In part, this increased availability rate is caused by the slowdown of retail sales in some areas, partially spurred on by increased housing and fuel costs. Because these factors probably won’t improve greatly, the retail sector is likely to see continuing availability increases. Research shows that six of the top 10 areas with the lowest availability rates in the retail sector are in the state of California.
RERC’s investment conditions rating for hotels for second quarter 2006 is 5.6, slightly lower than the previous quarter’s rating of 6. Several respondents to the RERC institutional investment survey stated that the hotel industry is facing high demand and will fare well because of limited supply.
According to Torto Wheaton Research, hotel occupancy rates have increased to nearly 72 percent from 66 percent last quarter. Revenue per available room, or RevPAR, is at $80, an increase of 8 percent since year-end 2005. Some areas with the highest RevPAR include New York City at just over $175; Washington, D.C., at $120; and Honolulu at nearly $120.
RERC’s going-in and terminal capitalization rates for the hotel sector increased to 8.9 percent and 9.6 percent, respectively, and expected rental growth for hotels increased 30 basis points compared with last quarter. This increase is the first since third quarter 2005, indicating a possible upturn in the hotel sector. The development of mixed-use facilities that incorporate hotels with condominiums also is increasing, allowing new properties to enter the market while keeping the amount of new offerings in check.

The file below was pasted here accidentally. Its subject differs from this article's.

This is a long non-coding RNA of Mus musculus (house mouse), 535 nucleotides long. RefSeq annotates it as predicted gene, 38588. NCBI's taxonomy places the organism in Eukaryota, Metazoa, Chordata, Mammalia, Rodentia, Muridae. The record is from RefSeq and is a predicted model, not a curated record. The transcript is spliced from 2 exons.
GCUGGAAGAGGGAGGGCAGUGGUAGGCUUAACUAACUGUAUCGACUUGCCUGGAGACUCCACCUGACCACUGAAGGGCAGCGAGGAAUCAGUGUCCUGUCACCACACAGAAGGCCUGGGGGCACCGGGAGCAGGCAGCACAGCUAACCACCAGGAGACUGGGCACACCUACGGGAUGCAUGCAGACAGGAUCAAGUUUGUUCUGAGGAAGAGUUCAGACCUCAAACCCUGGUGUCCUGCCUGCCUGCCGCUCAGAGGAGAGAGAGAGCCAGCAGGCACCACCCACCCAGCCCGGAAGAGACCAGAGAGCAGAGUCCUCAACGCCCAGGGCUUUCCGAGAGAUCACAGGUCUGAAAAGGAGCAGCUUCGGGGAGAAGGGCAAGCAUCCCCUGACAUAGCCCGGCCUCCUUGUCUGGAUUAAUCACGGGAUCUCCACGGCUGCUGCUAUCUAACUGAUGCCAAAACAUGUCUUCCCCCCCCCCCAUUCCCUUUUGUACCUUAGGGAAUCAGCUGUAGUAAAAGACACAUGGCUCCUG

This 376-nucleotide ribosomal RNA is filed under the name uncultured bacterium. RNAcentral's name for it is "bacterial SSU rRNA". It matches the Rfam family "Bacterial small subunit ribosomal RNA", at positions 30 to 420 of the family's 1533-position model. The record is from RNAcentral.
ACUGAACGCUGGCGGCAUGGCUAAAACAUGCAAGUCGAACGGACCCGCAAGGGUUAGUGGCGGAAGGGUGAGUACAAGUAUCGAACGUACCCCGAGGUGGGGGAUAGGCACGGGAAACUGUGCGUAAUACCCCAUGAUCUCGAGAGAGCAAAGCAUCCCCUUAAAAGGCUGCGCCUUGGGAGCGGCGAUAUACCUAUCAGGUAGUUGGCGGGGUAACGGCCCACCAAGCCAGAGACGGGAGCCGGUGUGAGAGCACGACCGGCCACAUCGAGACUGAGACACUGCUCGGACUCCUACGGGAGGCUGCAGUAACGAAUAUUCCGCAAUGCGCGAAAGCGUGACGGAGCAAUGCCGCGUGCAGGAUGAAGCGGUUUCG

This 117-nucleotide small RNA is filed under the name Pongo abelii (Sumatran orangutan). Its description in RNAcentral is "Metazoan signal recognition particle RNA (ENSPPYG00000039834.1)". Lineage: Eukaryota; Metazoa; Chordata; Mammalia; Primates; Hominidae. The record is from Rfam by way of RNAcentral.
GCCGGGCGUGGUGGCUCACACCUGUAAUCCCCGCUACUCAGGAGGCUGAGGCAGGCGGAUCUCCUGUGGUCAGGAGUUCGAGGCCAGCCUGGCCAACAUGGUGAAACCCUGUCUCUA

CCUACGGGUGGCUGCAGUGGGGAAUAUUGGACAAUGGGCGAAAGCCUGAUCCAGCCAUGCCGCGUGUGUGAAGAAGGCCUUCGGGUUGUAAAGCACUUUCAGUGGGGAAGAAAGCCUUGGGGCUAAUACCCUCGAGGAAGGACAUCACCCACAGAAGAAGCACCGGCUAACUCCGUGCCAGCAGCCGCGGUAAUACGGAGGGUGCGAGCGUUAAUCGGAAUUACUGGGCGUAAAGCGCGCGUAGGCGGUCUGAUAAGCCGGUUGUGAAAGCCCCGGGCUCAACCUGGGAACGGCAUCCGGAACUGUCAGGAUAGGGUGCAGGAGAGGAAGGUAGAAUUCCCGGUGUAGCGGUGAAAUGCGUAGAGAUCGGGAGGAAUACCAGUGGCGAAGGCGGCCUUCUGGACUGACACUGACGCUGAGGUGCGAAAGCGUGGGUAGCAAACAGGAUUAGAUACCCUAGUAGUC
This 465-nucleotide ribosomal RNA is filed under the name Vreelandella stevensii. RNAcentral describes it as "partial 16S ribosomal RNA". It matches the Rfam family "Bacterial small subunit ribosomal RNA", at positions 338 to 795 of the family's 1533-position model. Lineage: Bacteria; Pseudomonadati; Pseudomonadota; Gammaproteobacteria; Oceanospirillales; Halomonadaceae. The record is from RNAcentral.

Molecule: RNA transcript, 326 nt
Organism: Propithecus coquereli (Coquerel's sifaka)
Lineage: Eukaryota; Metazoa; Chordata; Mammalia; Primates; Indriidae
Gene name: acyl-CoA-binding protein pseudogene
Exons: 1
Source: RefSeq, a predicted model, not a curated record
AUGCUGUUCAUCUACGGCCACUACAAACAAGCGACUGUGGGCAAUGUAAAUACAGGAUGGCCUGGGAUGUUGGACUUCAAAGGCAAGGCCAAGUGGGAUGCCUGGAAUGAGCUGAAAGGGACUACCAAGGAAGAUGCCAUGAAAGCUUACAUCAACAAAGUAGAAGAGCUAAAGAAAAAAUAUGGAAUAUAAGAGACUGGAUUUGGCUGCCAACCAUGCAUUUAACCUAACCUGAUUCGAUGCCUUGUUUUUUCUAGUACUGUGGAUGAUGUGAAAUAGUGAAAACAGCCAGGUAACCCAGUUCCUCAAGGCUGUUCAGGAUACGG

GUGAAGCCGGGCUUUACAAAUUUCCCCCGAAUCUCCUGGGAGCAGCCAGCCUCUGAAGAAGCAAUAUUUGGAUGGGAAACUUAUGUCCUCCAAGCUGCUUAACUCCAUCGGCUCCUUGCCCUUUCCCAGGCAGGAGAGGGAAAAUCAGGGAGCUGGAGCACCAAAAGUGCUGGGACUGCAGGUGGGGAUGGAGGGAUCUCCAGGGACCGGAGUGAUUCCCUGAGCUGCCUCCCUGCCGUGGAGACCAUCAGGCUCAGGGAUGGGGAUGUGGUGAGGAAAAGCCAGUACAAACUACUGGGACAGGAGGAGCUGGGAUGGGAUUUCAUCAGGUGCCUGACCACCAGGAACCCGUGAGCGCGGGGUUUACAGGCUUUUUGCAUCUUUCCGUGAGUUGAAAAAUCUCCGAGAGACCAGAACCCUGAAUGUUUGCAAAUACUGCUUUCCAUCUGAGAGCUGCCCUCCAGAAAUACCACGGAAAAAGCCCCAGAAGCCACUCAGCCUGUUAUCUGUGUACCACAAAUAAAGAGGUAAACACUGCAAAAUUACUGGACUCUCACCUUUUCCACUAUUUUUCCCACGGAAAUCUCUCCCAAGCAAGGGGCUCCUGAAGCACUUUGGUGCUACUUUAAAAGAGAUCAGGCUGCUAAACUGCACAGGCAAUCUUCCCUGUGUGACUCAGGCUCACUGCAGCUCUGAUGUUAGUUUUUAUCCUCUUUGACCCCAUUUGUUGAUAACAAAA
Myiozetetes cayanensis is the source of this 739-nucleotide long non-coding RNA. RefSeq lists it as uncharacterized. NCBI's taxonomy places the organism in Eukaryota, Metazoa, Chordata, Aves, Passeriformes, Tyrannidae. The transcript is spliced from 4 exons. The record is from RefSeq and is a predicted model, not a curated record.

Commercial real estate is coming of age in a global environment and, as such, is creating new investment frontiers and strategies. As the industry matures, it continues to take on elements of investment style and attitude like the stock and bond markets. In today’s extremely capital competitive world, investors are willing to take on unexplored risk arenas in search of alpha, or higher returns with lower relative risk.